CHAPTER 4

Waiting On a Limb

The vulture, to make a living, must rise to a great height thence to gain a large field of observation, and he must there long remain without fatigue. …Certain species of vultures, particularly the larger, absolutely can, upon a windy day, leave their perch in the morning, travel many leagues, spend the whole day in the air, and get back to their perch at night without one single beat of their wings.

—Louis-Pierre Mouillard, The Empire of the Air: An Ornithological Essay on the Flight of Birds

A vulture’s daily life can be a bit humdrum. A good carcass is hard to find, so, much of your time is spent perched in a tree watching and waiting—or in the air scanning the landscape. You might be very busy researching investment opportunities, screening for acquisition candidates, and meeting with management teams, but you will only swoop in for a bite when the perfect opportunity arises.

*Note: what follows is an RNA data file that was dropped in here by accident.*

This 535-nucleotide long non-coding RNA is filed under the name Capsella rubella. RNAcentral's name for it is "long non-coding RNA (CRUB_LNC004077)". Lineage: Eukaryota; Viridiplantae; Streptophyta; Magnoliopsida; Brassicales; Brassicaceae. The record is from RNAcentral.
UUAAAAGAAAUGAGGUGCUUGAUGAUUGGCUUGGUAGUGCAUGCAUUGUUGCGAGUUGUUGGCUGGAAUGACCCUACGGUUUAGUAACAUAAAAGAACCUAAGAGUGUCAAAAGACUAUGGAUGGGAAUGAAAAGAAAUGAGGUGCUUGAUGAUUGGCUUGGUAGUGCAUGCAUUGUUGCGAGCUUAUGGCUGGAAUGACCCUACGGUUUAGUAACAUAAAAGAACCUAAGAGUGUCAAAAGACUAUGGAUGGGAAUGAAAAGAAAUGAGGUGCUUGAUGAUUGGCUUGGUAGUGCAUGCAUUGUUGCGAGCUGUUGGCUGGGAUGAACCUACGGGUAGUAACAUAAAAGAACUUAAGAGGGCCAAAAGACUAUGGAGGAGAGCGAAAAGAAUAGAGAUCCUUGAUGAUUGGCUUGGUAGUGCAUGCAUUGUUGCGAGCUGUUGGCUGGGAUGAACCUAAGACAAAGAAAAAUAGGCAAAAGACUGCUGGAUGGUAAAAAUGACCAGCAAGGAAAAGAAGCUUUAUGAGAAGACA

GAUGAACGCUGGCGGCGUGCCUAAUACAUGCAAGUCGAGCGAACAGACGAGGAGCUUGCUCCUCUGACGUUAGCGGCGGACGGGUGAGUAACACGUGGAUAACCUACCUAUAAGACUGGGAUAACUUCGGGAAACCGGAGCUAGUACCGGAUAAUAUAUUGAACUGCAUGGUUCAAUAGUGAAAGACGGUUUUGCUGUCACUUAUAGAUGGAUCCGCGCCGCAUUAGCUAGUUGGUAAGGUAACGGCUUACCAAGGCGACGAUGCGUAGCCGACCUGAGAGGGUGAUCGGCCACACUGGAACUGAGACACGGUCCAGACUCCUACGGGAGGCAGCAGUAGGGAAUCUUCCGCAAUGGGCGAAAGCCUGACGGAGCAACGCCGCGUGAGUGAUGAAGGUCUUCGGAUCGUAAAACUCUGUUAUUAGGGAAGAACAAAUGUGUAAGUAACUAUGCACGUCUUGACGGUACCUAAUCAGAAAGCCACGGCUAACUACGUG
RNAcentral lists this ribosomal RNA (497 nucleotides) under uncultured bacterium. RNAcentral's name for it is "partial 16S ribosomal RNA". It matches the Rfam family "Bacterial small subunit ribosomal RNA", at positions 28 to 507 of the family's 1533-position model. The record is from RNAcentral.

Warren Buffett once said, “Never invest in a business you cannot understand.” I have made this principle my guide—unless I am confident that I personally understand it thoroughly, I will not make an investment. In day-to-day practice that means I often wait for a long time before making any investment decision, if I make one at all.

Fortunately, companies don’t become distressed overnight. Usually there is a period of many months, quarters, and sometimes years before a company ...

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